September 19th, 2017 | Audiologist | by Andreas Seelisch

Ask an Audiologist: Is Our White Noise App Too Loud for Our Baby?

White noise is often used as a sleep aid for children.

One concerned parent uses one and isn’t sure if her husband is turning it up too loud for their baby.

Ask an Audiologist

I’m concerned about how my husband’s use of a loud white noise app to treat our crying baby might damage her ears. My husband read a book about how to calm a crying baby. According to the writer, to calm a baby the white noise must be as loud or louder than the baby when she/he is crying. Our baby is now a month and a half years-old. She has her moments, like when she cries and screams during a diaper changing or when she has too much gas. My husband turns up the white noise application and puts it directly next to her ear. The noise is so loud, it beyond 80-85dB. My husband said he only does it temporarily until the baby stops crying. He will do it for a few minutes until the baby calms down. My question is if he’s doing this a couple of times a week, sometimes more than once a day, would this affect my baby’s hearing in the long run, even if it’s just a few minutes exposure to these loud noises? My husband keeps doing it and will not listen to me. I need professional advice to make sure this is safe for my little one. Also, we play white noise to help the baby sleep at night, but my husband turns it up quite loud (as close to 80dB). Is this a safe volume for the white noise machine every night? Thank you so much for your help.

Audiologist Response

Hi there,

Thanks for reaching out. You have a right to be concerned.

Consider noise like a dose of medication, where getting too much in terms of duration (how long your baby listens) or intensity (how loud they listen) can be harmful. If it helps, another example is sunbathing. It’s fine to go out in the sun but the more intense the exposure (unfiltered, around noon time or close to the equator) and the longer you stay in the sun all increase your risk for a burn. Whether it’s crying, music, white noise or machinery, our ears don’t really care what kind of sound it is, too much is too much. Too loud or too long still causes harm and the damage typically can’t be undone.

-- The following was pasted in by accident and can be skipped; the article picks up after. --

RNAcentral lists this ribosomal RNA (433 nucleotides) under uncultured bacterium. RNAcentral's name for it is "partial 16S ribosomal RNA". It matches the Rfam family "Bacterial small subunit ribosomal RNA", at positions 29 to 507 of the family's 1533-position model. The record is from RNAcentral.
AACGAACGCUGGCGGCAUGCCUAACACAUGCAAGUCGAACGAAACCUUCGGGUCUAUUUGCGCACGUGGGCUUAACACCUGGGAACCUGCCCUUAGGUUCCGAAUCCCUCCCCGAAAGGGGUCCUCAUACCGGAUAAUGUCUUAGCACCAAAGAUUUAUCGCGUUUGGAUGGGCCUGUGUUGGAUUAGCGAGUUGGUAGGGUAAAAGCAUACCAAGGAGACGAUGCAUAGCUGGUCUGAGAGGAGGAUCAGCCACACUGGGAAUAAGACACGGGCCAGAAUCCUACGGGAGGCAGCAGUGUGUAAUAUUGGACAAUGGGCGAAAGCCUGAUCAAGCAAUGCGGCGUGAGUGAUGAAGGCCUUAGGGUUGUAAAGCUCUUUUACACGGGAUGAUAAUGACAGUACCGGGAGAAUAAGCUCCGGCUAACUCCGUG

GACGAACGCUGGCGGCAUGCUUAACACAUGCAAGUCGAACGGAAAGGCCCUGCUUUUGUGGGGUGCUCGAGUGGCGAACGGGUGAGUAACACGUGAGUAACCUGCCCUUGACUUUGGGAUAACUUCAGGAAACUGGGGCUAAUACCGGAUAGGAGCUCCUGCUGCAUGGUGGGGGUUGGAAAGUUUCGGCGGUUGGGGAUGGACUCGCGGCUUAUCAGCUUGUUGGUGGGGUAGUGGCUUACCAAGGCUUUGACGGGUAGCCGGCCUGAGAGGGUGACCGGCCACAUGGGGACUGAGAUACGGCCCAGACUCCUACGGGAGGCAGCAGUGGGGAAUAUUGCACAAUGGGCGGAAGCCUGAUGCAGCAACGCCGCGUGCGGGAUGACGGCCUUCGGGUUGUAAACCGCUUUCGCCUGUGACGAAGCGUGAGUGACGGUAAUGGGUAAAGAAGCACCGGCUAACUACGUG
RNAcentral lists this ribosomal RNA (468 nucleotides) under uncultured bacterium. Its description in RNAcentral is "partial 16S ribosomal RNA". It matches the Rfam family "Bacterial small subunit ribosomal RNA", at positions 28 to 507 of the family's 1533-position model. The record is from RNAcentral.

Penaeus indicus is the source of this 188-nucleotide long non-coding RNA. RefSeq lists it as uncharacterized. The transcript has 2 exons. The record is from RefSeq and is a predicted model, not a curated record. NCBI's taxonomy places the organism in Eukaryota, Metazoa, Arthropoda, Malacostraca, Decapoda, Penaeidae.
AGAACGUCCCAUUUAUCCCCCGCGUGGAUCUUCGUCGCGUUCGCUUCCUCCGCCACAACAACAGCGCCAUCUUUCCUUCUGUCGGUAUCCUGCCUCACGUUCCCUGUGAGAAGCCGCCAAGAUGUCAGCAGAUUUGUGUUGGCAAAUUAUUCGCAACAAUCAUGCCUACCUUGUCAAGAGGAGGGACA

Using white noise to help babies sleep is quite common. White noise is a particularly good masker, meaning it covers other sounds up well. If you think of a mother shushing a baby to sleep, they are essentially creating a white noise by rushing air over their tongue and/or lips. So using white noise is itself not a problem, it’s a pretty classic strategy. It’s only an issue if it’s too loud or too long. They sell many devices for exactly this situation and so when a baby is having a hard time, mom and dad don’t have be shushing their baby for hours on end. That is fine, as long as the overall loudness and duration aren’t too long.

The question is what is too loud or too long? As a general rule, if it’s uncomfortable to listen to, then it’s probably too loud. I would recommend white noise for sleeping shouldn’t be much louder than average conversation (which is about 65dB), so you shouldn’t have to raise your voice to talk over it.  This is especially true for when your baby is asleep since in those cases the dose is very long. Minimally try to use something that has a timer. When these things are sold for babies (such as by Cloud B) or even in free downloadable apps, you can often use a timer so that it’s only on for 15 to 45 minutes at a time. This is all assuming the sound is coming from a speaker that is as close to your ear as it is to your baby’s.

Read about white noise machines and your baby

Downloadable tools are available for free on smartphones to give you a rough idea of how loud things are but decibels are complicated, as there are different scales and many factors involved. Also, remember that legal noise limits (such as 80 or 85dB) don’t mean safe, they mean safer. For example, half of the people exposed to 80dB in a factory for 8 hours a day will still likely end up with a measurable hearing loss.  With babies, we want to be far more cautious.

When being used for a shorter duration (i.e. baby is upset) it’s not as big of a concern. That said, the wording in the book was probably so that it was loud enough that baby can hear it, not so that it totally drowns out the crying altogether. While louder might be more effective, I would try bringing the level down to the lowest level. It’s still effective and you’re minimizing risk.

Putting it right next to babies’ ears in either case is probably not a great idea, as it’ll be very difficult to gauge how loud the white noise is for your baby. Sound dramatically loses energy with distance and so it might sound fine by the time it gets to your ear but right next to baby it’s too loud. Again, try putting it right next to your ear and if it seems too loud, it probably is.

I hope that helps and good luck with your infant. The early weeks are the hardest but they also go the quickest!

Andreas Seelisch is a registered Audiologist with CASLPO (College of Audiologists and Speech-Language Pathologists of Ontario). Andreas is currently working as an Audiology Manager at Hearing Solutions.

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